Around the country, the pace of recreational real estate sales is increasing, and with demand on the upswing, there are signs that prices may soon be on the rise. That’s the upshot from midyear reports by the recreational real estate experts in the Potlatch Preferred Broker Network, marking the continuation of 2013 trends recently reported by the National Association of Realtors.
The NAR report noted that vacation-home sales jumped 29.7 percent to an estimated 717,000 last year, compared to 553,000 in 2012. NAR’s estimates are based on responses from households, and do not include activity by institutional investors.
The sales improvement was no surprise to NAR Chief Economist Lawrence Yun. “Growth in the equity markets has greatly benefited high net-worth households, thereby providing the wherewithal and confidence to purchase recreational property,” he said in an NAR news release.
With this in mind, here are five trends Potlatch brokers are seeing in the market:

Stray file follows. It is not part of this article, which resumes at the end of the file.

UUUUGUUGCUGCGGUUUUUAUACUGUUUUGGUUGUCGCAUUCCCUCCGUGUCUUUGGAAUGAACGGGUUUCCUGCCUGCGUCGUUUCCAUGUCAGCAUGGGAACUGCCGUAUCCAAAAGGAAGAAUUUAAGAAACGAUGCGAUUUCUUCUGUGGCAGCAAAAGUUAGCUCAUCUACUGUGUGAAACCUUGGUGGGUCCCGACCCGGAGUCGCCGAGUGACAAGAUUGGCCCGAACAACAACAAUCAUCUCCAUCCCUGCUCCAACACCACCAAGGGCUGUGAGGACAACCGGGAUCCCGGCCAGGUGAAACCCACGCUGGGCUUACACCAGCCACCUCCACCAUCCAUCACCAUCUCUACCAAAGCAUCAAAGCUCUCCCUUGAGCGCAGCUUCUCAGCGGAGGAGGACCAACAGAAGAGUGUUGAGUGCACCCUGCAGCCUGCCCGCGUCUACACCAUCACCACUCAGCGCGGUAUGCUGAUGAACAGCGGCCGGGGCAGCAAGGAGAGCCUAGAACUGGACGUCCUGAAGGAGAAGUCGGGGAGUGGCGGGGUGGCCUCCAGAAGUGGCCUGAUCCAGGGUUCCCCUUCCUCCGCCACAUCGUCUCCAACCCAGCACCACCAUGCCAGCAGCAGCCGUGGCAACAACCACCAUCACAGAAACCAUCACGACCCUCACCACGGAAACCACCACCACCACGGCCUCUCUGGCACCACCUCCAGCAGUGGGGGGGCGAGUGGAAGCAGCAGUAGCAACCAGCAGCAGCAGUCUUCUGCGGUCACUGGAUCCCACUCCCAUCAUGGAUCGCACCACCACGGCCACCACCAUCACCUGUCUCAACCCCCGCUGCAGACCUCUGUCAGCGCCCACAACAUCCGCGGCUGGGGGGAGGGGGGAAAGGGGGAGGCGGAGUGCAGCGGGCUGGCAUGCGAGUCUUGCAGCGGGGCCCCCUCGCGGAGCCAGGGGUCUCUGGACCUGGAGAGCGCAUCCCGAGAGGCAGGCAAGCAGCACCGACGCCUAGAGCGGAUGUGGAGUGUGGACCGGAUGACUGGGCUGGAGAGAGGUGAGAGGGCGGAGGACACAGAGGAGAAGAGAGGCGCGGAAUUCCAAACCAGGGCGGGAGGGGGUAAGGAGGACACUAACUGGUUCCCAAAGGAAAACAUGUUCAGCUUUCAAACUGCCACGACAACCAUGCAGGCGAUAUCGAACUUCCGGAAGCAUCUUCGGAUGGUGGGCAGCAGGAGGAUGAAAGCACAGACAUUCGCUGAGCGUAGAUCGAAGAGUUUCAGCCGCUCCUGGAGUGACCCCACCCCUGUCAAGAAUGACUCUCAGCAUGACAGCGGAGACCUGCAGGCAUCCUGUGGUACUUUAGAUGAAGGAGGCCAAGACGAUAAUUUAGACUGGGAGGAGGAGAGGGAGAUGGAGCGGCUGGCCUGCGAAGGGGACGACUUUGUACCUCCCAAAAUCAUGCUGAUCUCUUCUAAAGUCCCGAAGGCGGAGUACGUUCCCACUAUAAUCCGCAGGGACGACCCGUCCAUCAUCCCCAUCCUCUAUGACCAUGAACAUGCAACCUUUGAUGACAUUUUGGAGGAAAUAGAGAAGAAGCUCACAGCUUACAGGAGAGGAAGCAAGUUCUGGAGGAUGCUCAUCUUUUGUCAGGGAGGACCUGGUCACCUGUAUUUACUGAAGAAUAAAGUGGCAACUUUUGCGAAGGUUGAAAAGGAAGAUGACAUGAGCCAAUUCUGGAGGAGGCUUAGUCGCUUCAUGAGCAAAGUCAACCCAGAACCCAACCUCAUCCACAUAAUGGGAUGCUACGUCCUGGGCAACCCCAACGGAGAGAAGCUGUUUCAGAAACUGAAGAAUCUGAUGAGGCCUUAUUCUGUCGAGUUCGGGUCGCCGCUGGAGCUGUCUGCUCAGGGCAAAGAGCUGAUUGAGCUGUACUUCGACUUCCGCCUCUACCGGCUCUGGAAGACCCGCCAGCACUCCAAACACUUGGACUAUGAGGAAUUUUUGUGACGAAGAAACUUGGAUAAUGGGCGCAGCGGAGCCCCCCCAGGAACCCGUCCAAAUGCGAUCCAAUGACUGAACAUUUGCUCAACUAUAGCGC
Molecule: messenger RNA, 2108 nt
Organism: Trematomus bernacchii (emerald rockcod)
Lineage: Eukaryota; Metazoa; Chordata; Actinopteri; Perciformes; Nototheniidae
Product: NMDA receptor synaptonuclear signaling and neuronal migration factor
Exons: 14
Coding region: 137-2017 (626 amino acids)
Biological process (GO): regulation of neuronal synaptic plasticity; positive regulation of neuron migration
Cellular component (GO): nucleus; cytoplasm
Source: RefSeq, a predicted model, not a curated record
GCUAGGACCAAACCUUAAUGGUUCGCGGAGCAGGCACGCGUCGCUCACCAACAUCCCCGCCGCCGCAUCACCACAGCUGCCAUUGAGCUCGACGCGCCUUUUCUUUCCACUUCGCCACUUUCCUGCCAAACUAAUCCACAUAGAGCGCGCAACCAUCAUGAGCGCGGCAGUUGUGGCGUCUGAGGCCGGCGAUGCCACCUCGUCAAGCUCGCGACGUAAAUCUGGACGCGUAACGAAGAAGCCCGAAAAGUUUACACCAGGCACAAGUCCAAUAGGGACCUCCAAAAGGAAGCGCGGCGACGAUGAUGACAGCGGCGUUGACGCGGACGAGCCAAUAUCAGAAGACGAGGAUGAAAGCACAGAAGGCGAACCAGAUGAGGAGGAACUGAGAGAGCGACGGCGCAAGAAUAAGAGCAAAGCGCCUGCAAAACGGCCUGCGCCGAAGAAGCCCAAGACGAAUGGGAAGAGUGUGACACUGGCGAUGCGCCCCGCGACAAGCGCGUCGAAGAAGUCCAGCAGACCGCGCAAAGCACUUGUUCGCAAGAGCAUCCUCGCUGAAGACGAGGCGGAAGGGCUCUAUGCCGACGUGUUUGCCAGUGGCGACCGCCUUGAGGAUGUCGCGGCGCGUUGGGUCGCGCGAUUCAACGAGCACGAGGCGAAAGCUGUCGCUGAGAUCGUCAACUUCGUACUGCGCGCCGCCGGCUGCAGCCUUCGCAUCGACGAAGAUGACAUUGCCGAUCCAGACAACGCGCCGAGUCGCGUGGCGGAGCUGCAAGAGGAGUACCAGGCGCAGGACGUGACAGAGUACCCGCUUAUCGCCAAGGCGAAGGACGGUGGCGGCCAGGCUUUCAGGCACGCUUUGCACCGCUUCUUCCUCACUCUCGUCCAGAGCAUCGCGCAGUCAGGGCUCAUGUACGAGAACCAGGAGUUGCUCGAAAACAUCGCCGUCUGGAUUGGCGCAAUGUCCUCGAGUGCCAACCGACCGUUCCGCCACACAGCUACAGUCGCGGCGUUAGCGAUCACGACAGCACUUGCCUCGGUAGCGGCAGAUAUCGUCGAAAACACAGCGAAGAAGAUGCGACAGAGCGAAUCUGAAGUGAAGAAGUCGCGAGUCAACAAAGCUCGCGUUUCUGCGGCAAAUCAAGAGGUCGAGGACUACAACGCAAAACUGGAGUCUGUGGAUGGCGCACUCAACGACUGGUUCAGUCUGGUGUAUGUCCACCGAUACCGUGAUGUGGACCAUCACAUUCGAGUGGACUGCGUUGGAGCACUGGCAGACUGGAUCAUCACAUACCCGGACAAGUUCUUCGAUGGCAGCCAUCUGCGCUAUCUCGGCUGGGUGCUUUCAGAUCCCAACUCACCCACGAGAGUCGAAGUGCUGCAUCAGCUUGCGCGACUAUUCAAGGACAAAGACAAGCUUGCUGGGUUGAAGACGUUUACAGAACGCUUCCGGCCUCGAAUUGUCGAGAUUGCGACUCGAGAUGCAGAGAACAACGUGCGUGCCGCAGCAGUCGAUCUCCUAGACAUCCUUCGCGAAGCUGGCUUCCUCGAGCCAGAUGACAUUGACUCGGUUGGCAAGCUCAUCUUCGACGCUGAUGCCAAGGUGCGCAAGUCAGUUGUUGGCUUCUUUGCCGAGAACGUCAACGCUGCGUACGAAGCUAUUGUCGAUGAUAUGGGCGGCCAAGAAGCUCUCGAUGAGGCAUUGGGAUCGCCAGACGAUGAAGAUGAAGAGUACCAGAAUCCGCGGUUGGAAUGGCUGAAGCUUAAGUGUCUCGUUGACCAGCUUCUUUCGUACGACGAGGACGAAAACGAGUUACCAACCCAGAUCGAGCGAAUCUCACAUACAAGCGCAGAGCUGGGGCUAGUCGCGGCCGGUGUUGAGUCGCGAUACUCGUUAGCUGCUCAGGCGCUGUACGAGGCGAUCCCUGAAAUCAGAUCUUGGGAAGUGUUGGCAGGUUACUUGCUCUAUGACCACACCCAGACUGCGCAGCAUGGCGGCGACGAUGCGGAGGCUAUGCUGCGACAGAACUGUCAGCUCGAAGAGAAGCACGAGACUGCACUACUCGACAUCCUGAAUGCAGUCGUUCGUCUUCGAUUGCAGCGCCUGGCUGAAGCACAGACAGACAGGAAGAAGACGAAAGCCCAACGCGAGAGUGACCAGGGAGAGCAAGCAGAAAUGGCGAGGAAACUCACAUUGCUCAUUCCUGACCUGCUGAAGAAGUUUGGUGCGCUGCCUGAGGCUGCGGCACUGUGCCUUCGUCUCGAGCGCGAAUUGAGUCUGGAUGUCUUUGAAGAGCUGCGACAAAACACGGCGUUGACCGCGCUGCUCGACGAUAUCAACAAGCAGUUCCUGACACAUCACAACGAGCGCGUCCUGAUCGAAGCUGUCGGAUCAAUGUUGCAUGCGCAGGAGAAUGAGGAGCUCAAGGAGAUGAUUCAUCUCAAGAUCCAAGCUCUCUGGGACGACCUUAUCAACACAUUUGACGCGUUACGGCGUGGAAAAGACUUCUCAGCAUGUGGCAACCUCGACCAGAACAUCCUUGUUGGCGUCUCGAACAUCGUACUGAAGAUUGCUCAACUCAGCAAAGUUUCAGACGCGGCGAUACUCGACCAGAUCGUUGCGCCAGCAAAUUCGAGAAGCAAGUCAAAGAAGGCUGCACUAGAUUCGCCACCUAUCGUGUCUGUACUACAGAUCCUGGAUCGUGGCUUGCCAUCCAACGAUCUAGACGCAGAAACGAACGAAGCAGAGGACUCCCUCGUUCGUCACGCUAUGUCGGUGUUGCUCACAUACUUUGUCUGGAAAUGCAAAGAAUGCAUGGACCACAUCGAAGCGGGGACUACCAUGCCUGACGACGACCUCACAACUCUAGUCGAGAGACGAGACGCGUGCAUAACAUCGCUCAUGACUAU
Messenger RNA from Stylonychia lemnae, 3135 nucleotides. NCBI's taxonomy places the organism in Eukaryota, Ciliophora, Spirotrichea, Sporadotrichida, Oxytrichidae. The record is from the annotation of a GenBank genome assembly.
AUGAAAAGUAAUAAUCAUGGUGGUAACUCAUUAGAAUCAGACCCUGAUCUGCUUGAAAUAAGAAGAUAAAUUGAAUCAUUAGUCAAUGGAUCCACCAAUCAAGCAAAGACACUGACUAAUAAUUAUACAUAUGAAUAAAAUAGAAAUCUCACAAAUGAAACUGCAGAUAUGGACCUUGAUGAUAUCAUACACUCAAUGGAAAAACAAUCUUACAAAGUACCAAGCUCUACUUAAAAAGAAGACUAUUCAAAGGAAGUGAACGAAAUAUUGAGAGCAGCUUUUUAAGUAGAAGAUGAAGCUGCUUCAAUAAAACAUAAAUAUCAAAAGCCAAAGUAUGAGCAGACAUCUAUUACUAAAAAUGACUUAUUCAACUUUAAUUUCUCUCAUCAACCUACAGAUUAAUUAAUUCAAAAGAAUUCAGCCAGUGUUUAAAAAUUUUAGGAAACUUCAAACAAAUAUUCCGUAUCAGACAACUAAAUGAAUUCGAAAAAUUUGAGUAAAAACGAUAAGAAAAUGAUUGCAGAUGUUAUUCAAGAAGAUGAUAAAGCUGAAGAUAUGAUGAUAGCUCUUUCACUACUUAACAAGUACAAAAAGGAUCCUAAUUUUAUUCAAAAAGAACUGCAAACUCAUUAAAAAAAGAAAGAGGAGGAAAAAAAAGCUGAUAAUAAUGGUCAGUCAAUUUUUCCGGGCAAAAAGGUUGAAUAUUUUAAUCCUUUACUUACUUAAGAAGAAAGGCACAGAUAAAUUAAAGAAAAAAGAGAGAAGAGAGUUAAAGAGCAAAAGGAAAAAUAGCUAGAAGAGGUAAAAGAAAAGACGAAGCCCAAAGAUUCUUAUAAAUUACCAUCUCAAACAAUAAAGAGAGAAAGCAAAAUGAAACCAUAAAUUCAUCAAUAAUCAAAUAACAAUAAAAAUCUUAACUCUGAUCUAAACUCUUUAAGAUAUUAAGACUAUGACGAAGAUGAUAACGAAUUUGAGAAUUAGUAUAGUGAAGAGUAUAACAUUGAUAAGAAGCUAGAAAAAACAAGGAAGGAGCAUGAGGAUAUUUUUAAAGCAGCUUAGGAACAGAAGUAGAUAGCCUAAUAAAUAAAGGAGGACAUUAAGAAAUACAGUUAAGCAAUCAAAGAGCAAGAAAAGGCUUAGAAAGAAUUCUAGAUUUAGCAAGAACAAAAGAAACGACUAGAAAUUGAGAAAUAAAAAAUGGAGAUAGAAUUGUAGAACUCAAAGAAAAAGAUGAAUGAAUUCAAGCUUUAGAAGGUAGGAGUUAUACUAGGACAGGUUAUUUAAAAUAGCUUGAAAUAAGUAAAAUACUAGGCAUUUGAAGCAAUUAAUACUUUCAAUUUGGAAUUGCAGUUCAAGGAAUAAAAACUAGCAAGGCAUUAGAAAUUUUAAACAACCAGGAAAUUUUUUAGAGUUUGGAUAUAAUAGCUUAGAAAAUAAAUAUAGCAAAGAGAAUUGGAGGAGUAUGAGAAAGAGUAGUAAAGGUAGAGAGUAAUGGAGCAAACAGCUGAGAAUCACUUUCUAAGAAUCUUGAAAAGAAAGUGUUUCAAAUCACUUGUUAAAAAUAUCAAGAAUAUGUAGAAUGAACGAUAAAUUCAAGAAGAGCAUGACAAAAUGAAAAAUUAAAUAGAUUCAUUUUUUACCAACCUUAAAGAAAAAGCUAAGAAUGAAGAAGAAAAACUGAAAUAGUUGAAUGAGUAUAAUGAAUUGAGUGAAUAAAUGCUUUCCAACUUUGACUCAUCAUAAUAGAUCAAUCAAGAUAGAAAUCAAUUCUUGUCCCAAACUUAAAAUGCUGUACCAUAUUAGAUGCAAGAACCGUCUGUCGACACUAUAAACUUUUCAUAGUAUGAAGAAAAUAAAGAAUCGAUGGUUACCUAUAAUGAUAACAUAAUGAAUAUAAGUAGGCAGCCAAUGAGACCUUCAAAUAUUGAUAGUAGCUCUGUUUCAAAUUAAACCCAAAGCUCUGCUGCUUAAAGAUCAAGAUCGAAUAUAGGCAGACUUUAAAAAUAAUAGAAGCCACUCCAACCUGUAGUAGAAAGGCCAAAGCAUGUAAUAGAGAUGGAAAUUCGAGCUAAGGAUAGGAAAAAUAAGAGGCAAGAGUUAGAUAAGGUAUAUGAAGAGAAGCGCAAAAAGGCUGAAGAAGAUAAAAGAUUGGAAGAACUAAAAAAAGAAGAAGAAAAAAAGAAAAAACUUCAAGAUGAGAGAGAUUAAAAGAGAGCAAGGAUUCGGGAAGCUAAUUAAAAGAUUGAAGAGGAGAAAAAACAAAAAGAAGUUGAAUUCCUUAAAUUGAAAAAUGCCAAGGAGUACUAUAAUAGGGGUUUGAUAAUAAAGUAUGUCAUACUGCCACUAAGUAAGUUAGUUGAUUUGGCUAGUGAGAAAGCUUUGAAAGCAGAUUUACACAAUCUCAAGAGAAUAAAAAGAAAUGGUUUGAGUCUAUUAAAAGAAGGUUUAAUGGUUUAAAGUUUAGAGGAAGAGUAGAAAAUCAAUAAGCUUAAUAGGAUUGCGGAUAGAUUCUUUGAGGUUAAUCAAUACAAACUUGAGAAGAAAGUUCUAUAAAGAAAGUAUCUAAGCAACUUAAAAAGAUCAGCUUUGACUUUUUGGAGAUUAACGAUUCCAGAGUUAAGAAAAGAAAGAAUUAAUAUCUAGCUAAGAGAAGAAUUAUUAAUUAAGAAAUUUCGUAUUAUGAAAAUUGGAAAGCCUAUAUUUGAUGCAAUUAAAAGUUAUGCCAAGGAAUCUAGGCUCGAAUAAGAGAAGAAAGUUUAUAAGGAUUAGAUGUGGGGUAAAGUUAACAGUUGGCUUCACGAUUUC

- With the economy improving, more people have decided it’s time to buy. “Many people feel more secure in their jobs, and more confident they can make investments,” said Rick Musick of United Country Musick & Sons in Grangeville, Idaho.
- Recreational property continues to be a popular option for investing for the future. “The recession put a lot of dreams and aspirations on hold, and now,after recovering some of their losses in the stock market, people want to convert some equity into tangible assets,” said Rod Osterloh of Close~Converse Properties in Brainerd, Minnesota.
- To take advantage of recreational opportunities, buying property in the Fall makes a lot of sense. “Fall is always a strong season for buying,” Musick said. “People want to hunt in the fall, and it’s very appealing to have your own property to hunt on and have access to government-owned or public land.”
- Potlatch brokers are seeing more activity from younger buyers. “There has always been a lot of interest from folks nearing retirement,” Musick said, “but we are seeing more younger people who want to buy a place while they are still working so they can pay it off over time.”
- Pricing of recreational properties is showing signs that increases are on the horizon. “There are more people in the market looking for land and taking advantage of the lower prices,” Osterloh said, “and many are expecting the improving economy and demand to start driving up prices.”